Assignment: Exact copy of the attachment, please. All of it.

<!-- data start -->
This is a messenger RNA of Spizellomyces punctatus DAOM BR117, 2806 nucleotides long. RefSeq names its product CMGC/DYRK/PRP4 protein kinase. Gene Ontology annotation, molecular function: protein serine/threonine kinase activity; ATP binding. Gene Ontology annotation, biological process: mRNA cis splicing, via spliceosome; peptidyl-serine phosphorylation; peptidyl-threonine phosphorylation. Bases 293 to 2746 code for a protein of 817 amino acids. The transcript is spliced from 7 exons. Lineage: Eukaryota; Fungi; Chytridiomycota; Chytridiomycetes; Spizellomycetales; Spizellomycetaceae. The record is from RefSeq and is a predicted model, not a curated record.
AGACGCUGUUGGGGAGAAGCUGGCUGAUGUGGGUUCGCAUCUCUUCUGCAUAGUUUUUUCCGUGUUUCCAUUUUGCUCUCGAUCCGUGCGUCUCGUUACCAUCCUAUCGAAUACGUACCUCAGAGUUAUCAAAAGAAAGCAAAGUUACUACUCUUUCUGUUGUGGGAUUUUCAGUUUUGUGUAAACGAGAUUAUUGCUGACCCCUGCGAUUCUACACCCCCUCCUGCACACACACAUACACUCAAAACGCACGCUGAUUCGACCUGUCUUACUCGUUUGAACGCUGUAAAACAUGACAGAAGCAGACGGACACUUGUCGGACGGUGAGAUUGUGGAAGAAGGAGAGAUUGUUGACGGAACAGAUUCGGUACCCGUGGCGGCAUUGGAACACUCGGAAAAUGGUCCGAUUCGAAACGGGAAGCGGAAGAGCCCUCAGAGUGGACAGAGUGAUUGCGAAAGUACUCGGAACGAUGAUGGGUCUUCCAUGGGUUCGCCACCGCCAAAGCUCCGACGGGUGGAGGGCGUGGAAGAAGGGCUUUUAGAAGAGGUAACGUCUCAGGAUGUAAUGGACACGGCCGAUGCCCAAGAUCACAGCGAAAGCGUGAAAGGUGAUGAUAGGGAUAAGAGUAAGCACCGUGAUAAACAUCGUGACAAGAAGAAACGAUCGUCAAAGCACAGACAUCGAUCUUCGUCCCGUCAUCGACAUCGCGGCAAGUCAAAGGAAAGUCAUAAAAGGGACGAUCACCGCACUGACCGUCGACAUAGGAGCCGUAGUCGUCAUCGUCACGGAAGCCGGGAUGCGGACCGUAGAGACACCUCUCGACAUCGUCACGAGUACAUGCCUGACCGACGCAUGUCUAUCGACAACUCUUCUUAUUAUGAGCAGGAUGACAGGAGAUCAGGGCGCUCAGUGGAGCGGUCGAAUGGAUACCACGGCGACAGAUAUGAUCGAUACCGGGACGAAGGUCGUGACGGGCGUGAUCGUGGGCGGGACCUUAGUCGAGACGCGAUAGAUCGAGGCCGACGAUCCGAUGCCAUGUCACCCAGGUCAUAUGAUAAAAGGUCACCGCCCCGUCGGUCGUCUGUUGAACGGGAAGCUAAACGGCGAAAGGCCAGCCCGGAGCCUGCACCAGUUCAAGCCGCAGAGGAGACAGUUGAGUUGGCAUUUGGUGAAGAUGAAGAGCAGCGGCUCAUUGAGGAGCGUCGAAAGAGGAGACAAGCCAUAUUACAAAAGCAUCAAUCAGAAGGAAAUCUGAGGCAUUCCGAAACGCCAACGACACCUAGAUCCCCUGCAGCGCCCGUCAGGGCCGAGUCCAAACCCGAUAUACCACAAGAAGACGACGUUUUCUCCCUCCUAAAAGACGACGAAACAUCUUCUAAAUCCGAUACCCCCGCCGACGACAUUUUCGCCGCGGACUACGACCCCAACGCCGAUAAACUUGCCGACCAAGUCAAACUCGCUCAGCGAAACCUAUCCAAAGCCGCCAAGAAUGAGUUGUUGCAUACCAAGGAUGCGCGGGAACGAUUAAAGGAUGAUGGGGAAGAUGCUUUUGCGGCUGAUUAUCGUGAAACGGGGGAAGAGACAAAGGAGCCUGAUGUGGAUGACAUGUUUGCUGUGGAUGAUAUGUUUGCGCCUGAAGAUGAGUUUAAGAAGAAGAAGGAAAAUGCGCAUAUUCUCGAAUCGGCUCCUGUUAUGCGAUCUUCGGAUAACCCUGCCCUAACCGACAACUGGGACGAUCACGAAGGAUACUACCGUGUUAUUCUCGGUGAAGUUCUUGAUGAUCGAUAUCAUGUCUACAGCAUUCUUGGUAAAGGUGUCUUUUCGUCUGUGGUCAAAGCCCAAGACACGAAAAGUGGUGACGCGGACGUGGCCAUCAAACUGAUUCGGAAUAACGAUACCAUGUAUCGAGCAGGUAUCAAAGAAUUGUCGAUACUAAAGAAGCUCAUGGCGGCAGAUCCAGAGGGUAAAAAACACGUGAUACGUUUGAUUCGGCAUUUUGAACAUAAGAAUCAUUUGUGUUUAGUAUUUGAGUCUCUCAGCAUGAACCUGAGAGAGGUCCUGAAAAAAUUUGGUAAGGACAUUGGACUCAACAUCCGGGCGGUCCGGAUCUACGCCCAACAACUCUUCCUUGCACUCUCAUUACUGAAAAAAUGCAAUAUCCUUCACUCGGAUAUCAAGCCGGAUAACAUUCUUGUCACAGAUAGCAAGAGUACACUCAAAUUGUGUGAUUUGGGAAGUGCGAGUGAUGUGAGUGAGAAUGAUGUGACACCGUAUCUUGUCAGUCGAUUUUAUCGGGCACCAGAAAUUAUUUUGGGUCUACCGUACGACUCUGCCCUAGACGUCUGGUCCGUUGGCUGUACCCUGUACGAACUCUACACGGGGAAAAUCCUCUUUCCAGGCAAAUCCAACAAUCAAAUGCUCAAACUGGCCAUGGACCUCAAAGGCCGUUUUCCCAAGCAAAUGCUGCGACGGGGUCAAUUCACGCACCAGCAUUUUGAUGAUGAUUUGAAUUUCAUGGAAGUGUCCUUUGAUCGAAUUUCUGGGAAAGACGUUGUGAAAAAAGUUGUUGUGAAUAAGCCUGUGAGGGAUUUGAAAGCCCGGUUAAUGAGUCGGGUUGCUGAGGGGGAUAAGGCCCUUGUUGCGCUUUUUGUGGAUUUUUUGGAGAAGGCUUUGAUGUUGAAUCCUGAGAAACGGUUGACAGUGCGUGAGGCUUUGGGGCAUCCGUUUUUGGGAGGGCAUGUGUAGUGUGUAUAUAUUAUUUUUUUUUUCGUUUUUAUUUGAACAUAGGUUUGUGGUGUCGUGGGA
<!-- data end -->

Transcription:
This is a messenger RNA of Spizellomyces punctatus DAOM BR117, 2806 nucleotides long. RefSeq names its product CMGC/DYRK/PRP4 protein kinase. Gene Ontology annotation, molecular function: protein serine/threonine kinase activity; ATP binding. Gene Ontology annotation, biological process: mRNA cis splicing, via spliceosome; peptidyl-serine phosphorylation; peptidyl-threonine phosphorylation. Bases 293 to 2746 code for a protein of 817 amino acids. The transcript is spliced from 7 exons. Lineage: Eukaryota; Fungi; Chytridiomycota; Chytridiomycetes; Spizellomycetales; Spizellomycetaceae. The record is from RefSeq and is a predicted model, not a curated record.
AGACGCUGUUGGGGAGAAGCUGGCUGAUGUGGGUUCGCAUCUCUUCUGCAUAGUUUUUUCCGUGUUUCCAUUUUGCUCUCGAUCCGUGCGUCUCGUUACCAUCCUAUCGAAUACGUACCUCAGAGUUAUCAAAAGAAAGCAAAGUUACUACUCUUUCUGUUGUGGGAUUUUCAGUUUUGUGUAAACGAGAUUAUUGCUGACCCCUGCGAUUCUACACCCCCUCCUGCACACACACAUACACUCAAAACGCACGCUGAUUCGACCUGUCUUACUCGUUUGAACGCUGUAAAACAUGACAGAAGCAGACGGACACUUGUCGGACGGUGAGAUUGUGGAAGAAGGAGAGAUUGUUGACGGAACAGAUUCGGUACCCGUGGCGGCAUUGGAACACUCGGAAAAUGGUCCGAUUCGAAACGGGAAGCGGAAGAGCCCUCAGAGUGGACAGAGUGAUUGCGAAAGUACUCGGAACGAUGAUGGGUCUUCCAUGGGUUCGCCACCGCCAAAGCUCCGACGGGUGGAGGGCGUGGAAGAAGGGCUUUUAGAAGAGGUAACGUCUCAGGAUGUAAUGGACACGGCCGAUGCCCAAGAUCACAGCGAAAGCGUGAAAGGUGAUGAUAGGGAUAAGAGUAAGCACCGUGAUAAACAUCGUGACAAGAAGAAACGAUCGUCAAAGCACAGACAUCGAUCUUCGUCCCGUCAUCGACAUCGCGGCAAGUCAAAGGAAAGUCAUAAAAGGGACGAUCACCGCACUGACCGUCGACAUAGGAGCCGUAGUCGUCAUCGUCACGGAAGCCGGGAUGCGGACCGUAGAGACACCUCUCGACAUCGUCACGAGUACAUGCCUGACCGACGCAUGUCUAUCGACAACUCUUCUUAUUAUGAGCAGGAUGACAGGAGAUCAGGGCGCUCAGUGGAGCGGUCGAAUGGAUACCACGGCGACAGAUAUGAUCGAUACCGGGACGAAGGUCGUGACGGGCGUGAUCGUGGGCGGGACCUUAGUCGAGACGCGAUAGAUCGAGGCCGACGAUCCGAUGCCAUGUCACCCAGGUCAUAUGAUAAAAGGUCACCGCCCCGUCGGUCGUCUGUUGAACGGGAAGCUAAACGGCGAAAGGCCAGCCCGGAGCCUGCACCAGUUCAAGCCGCAGAGGAGACAGUUGAGUUGGCAUUUGGUGAAGAUGAAGAGCAGCGGCUCAUUGAGGAGCGUCGAAAGAGGAGACAAGCCAUAUUACAAAAGCAUCAAUCAGAAGGAAAUCUGAGGCAUUCCGAAACGCCAACGACACCUAGAUCCCCUGCAGCGCCCGUCAGGGCCGAGUCCAAACCCGAUAUACCACAAGAAGACGACGUUUUCUCCCUCCUAAAAGACGACGAAACAUCUUCUAAAUCCGAUACCCCCGCCGACGACAUUUUCGCCGCGGACUACGACCCCAACGCCGAUAAACUUGCCGACCAAGUCAAACUCGCUCAGCGAAACCUAUCCAAAGCCGCCAAGAAUGAGUUGUUGCAUACCAAGGAUGCGCGGGAACGAUUAAAGGAUGAUGGGGAAGAUGCUUUUGCGGCUGAUUAUCGUGAAACGGGGGAAGAGACAAAGGAGCCUGAUGUGGAUGACAUGUUUGCUGUGGAUGAUAUGUUUGCGCCUGAAGAUGAGUUUAAGAAGAAGAAGGAAAAUGCGCAUAUUCUCGAAUCGGCUCCUGUUAUGCGAUCUUCGGAUAACCCUGCCCUAACCGACAACUGGGACGAUCACGAAGGAUACUACCGUGUUAUUCUCGGUGAAGUUCUUGAUGAUCGAUAUCAUGUCUACAGCAUUCUUGGUAAAGGUGUCUUUUCGUCUGUGGUCAAAGCCCAAGACACGAAAAGUGGUGACGCGGACGUGGCCAUCAAACUGAUUCGGAAUAACGAUACCAUGUAUCGAGCAGGUAUCAAAGAAUUGUCGAUACUAAAGAAGCUCAUGGCGGCAGAUCCAGAGGGUAAAAAACACGUGAUACGUUUGAUUCGGCAUUUUGAACAUAAGAAUCAUUUGUGUUUAGUAUUUGAGUCUCUCAGCAUGAACCUGAGAGAGGUCCUGAAAAAAUUUGGUAAGGACAUUGGACUCAACAUCCGGGCGGUCCGGAUCUACGCCCAACAACUCUUCCUUGCACUCUCAUUACUGAAAAAAUGCAAUAUCCUUCACUCGGAUAUCAAGCCGGAUAACAUUCUUGUCACAGAUAGCAAGAGUACACUCAAAUUGUGUGAUUUGGGAAGUGCGAGUGAUGUGAGUGAGAAUGAUGUGACACCGUAUCUUGUCAGUCGAUUUUAUCGGGCACCAGAAAUUAUUUUGGGUCUACCGUACGACUCUGCCCUAGACGUCUGGUCCGUUGGCUGUACCCUGUACGAACUCUACACGGGGAAAAUCCUCUUUCCAGGCAAAUCCAACAAUCAAAUGCUCAAACUGGCCAUGGACCUCAAAGGCCGUUUUCCCAAGCAAAUGCUGCGACGGGGUCAAUUCACGCACCAGCAUUUUGAUGAUGAUUUGAAUUUCAUGGAAGUGUCCUUUGAUCGAAUUUCUGGGAAAGACGUUGUGAAAAAAGUUGUUGUGAAUAAGCCUGUGAGGGAUUUGAAAGCCCGGUUAAUGAGUCGGGUUGCUGAGGGGGAUAAGGCCCUUGUUGCGCUUUUUGUGGAUUUUUUGGAGAAGGCUUUGAUGUUGAAUCCUGAGAAACGGUUGACAGUGCGUGAGGCUUUGGGGCAUCCGUUUUUGGGAGGGCAUGUGUAGUGUGUAUAUAUUAUUUUUUUUUUCGUUUUUAUUUGAACAUAGGUUUGUGGUGUCGUGGGA